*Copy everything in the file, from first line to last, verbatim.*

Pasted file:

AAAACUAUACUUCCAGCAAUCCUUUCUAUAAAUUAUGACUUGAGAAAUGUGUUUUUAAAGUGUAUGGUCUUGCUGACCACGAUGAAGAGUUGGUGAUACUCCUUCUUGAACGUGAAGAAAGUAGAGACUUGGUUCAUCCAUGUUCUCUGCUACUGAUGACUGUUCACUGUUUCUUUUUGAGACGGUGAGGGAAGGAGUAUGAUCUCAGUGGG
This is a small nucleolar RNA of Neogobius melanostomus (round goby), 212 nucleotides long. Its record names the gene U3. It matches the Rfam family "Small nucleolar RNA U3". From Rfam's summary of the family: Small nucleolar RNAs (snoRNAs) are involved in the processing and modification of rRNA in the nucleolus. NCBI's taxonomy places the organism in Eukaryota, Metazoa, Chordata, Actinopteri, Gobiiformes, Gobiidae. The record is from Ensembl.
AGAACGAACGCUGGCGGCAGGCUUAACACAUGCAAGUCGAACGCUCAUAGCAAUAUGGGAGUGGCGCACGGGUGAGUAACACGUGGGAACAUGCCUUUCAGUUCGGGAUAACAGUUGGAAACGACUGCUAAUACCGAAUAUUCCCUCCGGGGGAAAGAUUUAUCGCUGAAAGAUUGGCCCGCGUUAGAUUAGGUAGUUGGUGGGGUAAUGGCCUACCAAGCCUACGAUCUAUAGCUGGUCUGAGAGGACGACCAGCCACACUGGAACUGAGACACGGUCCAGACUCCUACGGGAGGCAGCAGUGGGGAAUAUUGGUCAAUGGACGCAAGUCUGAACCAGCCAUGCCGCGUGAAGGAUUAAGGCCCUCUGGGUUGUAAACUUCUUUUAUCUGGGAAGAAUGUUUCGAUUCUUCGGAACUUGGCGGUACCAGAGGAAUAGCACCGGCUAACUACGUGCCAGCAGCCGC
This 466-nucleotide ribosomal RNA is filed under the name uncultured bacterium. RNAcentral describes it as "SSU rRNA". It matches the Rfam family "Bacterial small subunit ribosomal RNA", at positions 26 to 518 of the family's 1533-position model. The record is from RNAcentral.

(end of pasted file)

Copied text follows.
AAAACUAUACUUCCAGCAAUCCUUUCUAUAAAUUAUGACUUGAGAAAUGUGUUUUUAAAGUGUAUGGUCUUGCUGACCACGAUGAAGAGUUGGUGAUACUCCUUCUUGAACGUGAAGAAAGUAGAGACUUGGUUCAUCCAUGUUCUCUGCUACUGAUGACUGUUCACUGUUUCUUUUUGAGACGGUGAGGGAAGGAGUAUGAUCUCAGUGGG
This is a small nucleolar RNA of Neogobius melanostomus (round goby), 212 nucleotides long. Its record names the gene U3. It matches the Rfam family "Small nucleolar RNA U3". From Rfam's summary of the family: Small nucleolar RNAs (snoRNAs) are involved in the processing and modification of rRNA in the nucleolus. NCBI's taxonomy places the organism in Eukaryota, Metazoa, Chordata, Actinopteri, Gobiiformes, Gobiidae. The record is from Ensembl.
AGAACGAACGCUGGCGGCAGGCUUAACACAUGCAAGUCGAACGCUCAUAGCAAUAUGGGAGUGGCGCACGGGUGAGUAACACGUGGGAACAUGCCUUUCAGUUCGGGAUAACAGUUGGAAACGACUGCUAAUACCGAAUAUUCCCUCCGGGGGAAAGAUUUAUCGCUGAAAGAUUGGCCCGCGUUAGAUUAGGUAGUUGGUGGGGUAAUGGCCUACCAAGCCUACGAUCUAUAGCUGGUCUGAGAGGACGACCAGCCACACUGGAACUGAGACACGGUCCAGACUCCUACGGGAGGCAGCAGUGGGGAAUAUUGGUCAAUGGACGCAAGUCUGAACCAGCCAUGCCGCGUGAAGGAUUAAGGCCCUCUGGGUUGUAAACUUCUUUUAUCUGGGAAGAAUGUUUCGAUUCUUCGGAACUUGGCGGUACCAGAGGAAUAGCACCGGCUAACUACGUGCCAGCAGCCGC
This 466-nucleotide ribosomal RNA is filed under the name uncultured bacterium. RNAcentral describes it as "SSU rRNA". It matches the Rfam family "Bacterial small subunit ribosomal RNA", at positions 26 to 518 of the family's 1533-position model. The record is from RNAcentral.